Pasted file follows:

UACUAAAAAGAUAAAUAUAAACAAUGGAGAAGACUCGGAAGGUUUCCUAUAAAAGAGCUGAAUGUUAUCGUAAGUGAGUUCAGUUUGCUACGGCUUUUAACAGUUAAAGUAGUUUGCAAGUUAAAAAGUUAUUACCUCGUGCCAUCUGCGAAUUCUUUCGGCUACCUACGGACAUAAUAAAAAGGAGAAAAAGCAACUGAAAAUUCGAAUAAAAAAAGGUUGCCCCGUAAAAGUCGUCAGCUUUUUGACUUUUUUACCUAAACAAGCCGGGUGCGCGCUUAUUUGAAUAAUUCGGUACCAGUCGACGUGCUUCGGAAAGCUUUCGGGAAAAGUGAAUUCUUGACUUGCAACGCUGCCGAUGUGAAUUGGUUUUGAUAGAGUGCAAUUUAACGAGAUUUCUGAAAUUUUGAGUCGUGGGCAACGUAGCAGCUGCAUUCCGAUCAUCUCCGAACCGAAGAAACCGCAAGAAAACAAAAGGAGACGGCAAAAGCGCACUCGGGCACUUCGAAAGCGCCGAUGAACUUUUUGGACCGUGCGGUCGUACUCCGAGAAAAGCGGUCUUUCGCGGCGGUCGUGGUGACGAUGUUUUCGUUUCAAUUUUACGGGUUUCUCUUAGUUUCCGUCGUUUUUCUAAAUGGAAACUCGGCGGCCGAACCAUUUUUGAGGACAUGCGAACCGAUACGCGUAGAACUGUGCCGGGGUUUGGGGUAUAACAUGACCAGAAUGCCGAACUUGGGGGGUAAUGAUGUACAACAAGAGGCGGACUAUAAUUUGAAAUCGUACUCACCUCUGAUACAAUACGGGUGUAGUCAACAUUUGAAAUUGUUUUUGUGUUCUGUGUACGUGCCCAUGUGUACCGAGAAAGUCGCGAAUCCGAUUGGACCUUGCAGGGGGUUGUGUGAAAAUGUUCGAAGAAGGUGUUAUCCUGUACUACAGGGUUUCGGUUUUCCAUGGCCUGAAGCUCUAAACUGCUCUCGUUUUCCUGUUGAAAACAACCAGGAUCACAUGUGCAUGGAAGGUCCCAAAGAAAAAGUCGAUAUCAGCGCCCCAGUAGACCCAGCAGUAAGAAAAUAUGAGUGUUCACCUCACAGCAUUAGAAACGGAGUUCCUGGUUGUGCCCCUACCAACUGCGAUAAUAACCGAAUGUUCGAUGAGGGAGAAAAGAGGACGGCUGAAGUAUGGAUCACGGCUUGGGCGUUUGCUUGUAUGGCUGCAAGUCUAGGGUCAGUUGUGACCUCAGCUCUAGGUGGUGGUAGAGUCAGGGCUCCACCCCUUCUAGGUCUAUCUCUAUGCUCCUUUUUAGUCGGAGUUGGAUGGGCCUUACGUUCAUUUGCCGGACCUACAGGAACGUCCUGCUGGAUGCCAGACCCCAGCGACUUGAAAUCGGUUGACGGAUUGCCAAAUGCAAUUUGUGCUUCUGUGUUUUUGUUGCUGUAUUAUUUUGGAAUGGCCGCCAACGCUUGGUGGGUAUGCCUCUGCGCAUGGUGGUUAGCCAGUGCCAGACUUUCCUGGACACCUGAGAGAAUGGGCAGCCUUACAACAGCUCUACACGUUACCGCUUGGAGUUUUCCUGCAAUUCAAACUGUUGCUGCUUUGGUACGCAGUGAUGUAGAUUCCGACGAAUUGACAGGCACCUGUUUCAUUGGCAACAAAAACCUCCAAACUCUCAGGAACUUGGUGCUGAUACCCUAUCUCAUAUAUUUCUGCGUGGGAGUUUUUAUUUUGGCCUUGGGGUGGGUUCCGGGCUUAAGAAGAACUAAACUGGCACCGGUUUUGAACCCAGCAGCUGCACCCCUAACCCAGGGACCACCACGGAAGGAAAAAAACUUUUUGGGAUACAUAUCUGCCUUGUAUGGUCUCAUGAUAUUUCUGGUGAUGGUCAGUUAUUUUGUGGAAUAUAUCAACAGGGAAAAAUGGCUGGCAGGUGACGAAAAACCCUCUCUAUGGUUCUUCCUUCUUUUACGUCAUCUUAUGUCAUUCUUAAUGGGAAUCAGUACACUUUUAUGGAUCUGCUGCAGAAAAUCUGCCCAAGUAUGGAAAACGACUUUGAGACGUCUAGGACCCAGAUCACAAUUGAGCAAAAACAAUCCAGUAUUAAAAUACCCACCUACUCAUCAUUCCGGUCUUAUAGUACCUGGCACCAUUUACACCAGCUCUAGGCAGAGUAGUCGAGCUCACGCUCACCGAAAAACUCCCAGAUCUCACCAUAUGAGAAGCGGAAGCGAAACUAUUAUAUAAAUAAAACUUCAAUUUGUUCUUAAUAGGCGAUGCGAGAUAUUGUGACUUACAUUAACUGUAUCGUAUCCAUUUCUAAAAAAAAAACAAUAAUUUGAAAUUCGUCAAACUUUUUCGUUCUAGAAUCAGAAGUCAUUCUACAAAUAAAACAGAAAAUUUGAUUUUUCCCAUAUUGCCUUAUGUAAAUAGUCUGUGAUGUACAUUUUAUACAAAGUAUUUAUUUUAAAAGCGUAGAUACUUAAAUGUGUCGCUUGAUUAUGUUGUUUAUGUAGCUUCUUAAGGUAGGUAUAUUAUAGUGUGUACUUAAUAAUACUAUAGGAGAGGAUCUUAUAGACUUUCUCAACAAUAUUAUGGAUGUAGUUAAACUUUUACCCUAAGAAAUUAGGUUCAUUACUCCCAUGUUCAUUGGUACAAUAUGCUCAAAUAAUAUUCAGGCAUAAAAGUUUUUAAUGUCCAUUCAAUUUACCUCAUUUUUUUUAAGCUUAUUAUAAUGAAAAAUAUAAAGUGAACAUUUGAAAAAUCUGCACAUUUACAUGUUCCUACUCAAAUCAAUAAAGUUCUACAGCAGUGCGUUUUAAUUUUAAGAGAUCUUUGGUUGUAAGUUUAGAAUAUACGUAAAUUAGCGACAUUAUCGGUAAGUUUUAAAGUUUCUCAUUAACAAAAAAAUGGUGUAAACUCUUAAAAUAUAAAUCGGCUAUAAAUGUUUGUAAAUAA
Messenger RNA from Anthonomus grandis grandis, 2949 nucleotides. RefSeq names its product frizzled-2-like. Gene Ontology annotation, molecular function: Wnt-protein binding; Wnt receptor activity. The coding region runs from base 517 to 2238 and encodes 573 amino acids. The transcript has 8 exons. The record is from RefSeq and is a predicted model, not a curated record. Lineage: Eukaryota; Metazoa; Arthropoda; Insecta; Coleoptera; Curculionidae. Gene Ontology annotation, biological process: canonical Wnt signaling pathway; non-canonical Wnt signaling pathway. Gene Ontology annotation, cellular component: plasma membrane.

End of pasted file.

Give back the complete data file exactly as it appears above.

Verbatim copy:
UACUAAAAAGAUAAAUAUAAACAAUGGAGAAGACUCGGAAGGUUUCCUAUAAAAGAGCUGAAUGUUAUCGUAAGUGAGUUCAGUUUGCUACGGCUUUUAACAGUUAAAGUAGUUUGCAAGUUAAAAAGUUAUUACCUCGUGCCAUCUGCGAAUUCUUUCGGCUACCUACGGACAUAAUAAAAAGGAGAAAAAGCAACUGAAAAUUCGAAUAAAAAAAGGUUGCCCCGUAAAAGUCGUCAGCUUUUUGACUUUUUUACCUAAACAAGCCGGGUGCGCGCUUAUUUGAAUAAUUCGGUACCAGUCGACGUGCUUCGGAAAGCUUUCGGGAAAAGUGAAUUCUUGACUUGCAACGCUGCCGAUGUGAAUUGGUUUUGAUAGAGUGCAAUUUAACGAGAUUUCUGAAAUUUUGAGUCGUGGGCAACGUAGCAGCUGCAUUCCGAUCAUCUCCGAACCGAAGAAACCGCAAGAAAACAAAAGGAGACGGCAAAAGCGCACUCGGGCACUUCGAAAGCGCCGAUGAACUUUUUGGACCGUGCGGUCGUACUCCGAGAAAAGCGGUCUUUCGCGGCGGUCGUGGUGACGAUGUUUUCGUUUCAAUUUUACGGGUUUCUCUUAGUUUCCGUCGUUUUUCUAAAUGGAAACUCGGCGGCCGAACCAUUUUUGAGGACAUGCGAACCGAUACGCGUAGAACUGUGCCGGGGUUUGGGGUAUAACAUGACCAGAAUGCCGAACUUGGGGGGUAAUGAUGUACAACAAGAGGCGGACUAUAAUUUGAAAUCGUACUCACCUCUGAUACAAUACGGGUGUAGUCAACAUUUGAAAUUGUUUUUGUGUUCUGUGUACGUGCCCAUGUGUACCGAGAAAGUCGCGAAUCCGAUUGGACCUUGCAGGGGGUUGUGUGAAAAUGUUCGAAGAAGGUGUUAUCCUGUACUACAGGGUUUCGGUUUUCCAUGGCCUGAAGCUCUAAACUGCUCUCGUUUUCCUGUUGAAAACAACCAGGAUCACAUGUGCAUGGAAGGUCCCAAAGAAAAAGUCGAUAUCAGCGCCCCAGUAGACCCAGCAGUAAGAAAAUAUGAGUGUUCACCUCACAGCAUUAGAAACGGAGUUCCUGGUUGUGCCCCUACCAACUGCGAUAAUAACCGAAUGUUCGAUGAGGGAGAAAAGAGGACGGCUGAAGUAUGGAUCACGGCUUGGGCGUUUGCUUGUAUGGCUGCAAGUCUAGGGUCAGUUGUGACCUCAGCUCUAGGUGGUGGUAGAGUCAGGGCUCCACCCCUUCUAGGUCUAUCUCUAUGCUCCUUUUUAGUCGGAGUUGGAUGGGCCUUACGUUCAUUUGCCGGACCUACAGGAACGUCCUGCUGGAUGCCAGACCCCAGCGACUUGAAAUCGGUUGACGGAUUGCCAAAUGCAAUUUGUGCUUCUGUGUUUUUGUUGCUGUAUUAUUUUGGAAUGGCCGCCAACGCUUGGUGGGUAUGCCUCUGCGCAUGGUGGUUAGCCAGUGCCAGACUUUCCUGGACACCUGAGAGAAUGGGCAGCCUUACAACAGCUCUACACGUUACCGCUUGGAGUUUUCCUGCAAUUCAAACUGUUGCUGCUUUGGUACGCAGUGAUGUAGAUUCCGACGAAUUGACAGGCACCUGUUUCAUUGGCAACAAAAACCUCCAAACUCUCAGGAACUUGGUGCUGAUACCCUAUCUCAUAUAUUUCUGCGUGGGAGUUUUUAUUUUGGCCUUGGGGUGGGUUCCGGGCUUAAGAAGAACUAAACUGGCACCGGUUUUGAACCCAGCAGCUGCACCCCUAACCCAGGGACCACCACGGAAGGAAAAAAACUUUUUGGGAUACAUAUCUGCCUUGUAUGGUCUCAUGAUAUUUCUGGUGAUGGUCAGUUAUUUUGUGGAAUAUAUCAACAGGGAAAAAUGGCUGGCAGGUGACGAAAAACCCUCUCUAUGGUUCUUCCUUCUUUUACGUCAUCUUAUGUCAUUCUUAAUGGGAAUCAGUACACUUUUAUGGAUCUGCUGCAGAAAAUCUGCCCAAGUAUGGAAAACGACUUUGAGACGUCUAGGACCCAGAUCACAAUUGAGCAAAAACAAUCCAGUAUUAAAAUACCCACCUACUCAUCAUUCCGGUCUUAUAGUACCUGGCACCAUUUACACCAGCUCUAGGCAGAGUAGUCGAGCUCACGCUCACCGAAAAACUCCCAGAUCUCACCAUAUGAGAAGCGGAAGCGAAACUAUUAUAUAAAUAAAACUUCAAUUUGUUCUUAAUAGGCGAUGCGAGAUAUUGUGACUUACAUUAACUGUAUCGUAUCCAUUUCUAAAAAAAAAACAAUAAUUUGAAAUUCGUCAAACUUUUUCGUUCUAGAAUCAGAAGUCAUUCUACAAAUAAAACAGAAAAUUUGAUUUUUCCCAUAUUGCCUUAUGUAAAUAGUCUGUGAUGUACAUUUUAUACAAAGUAUUUAUUUUAAAAGCGUAGAUACUUAAAUGUGUCGCUUGAUUAUGUUGUUUAUGUAGCUUCUUAAGGUAGGUAUAUUAUAGUGUGUACUUAAUAAUACUAUAGGAGAGGAUCUUAUAGACUUUCUCAACAAUAUUAUGGAUGUAGUUAAACUUUUACCCUAAGAAAUUAGGUUCAUUACUCCCAUGUUCAUUGGUACAAUAUGCUCAAAUAAUAUUCAGGCAUAAAAGUUUUUAAUGUCCAUUCAAUUUACCUCAUUUUUUUUAAGCUUAUUAUAAUGAAAAAUAUAAAGUGAACAUUUGAAAAAUCUGCACAUUUACAUGUUCCUACUCAAAUCAAUAAAGUUCUACAGCAGUGCGUUUUAAUUUUAAGAGAUCUUUGGUUGUAAGUUUAGAAUAUACGUAAAUUAGCGACAUUAUCGGUAAGUUUUAAAGUUUCUCAUUAACAAAAAAAUGGUGUAAACUCUUAAAAUAUAAAUCGGCUAUAAAUGUUUGUAAAUAA
Messenger RNA from Anthonomus grandis grandis, 2949 nucleotides. RefSeq names its product frizzled-2-like. Gene Ontology annotation, molecular function: Wnt-protein binding; Wnt receptor activity. The coding region runs from base 517 to 2238 and encodes 573 amino acids. The transcript has 8 exons. The record is from RefSeq and is a predicted model, not a curated record. Lineage: Eukaryota; Metazoa; Arthropoda; Insecta; Coleoptera; Curculionidae. Gene Ontology annotation, biological process: canonical Wnt signaling pathway; non-canonical Wnt signaling pathway. Gene Ontology annotation, cellular component: plasma membrane.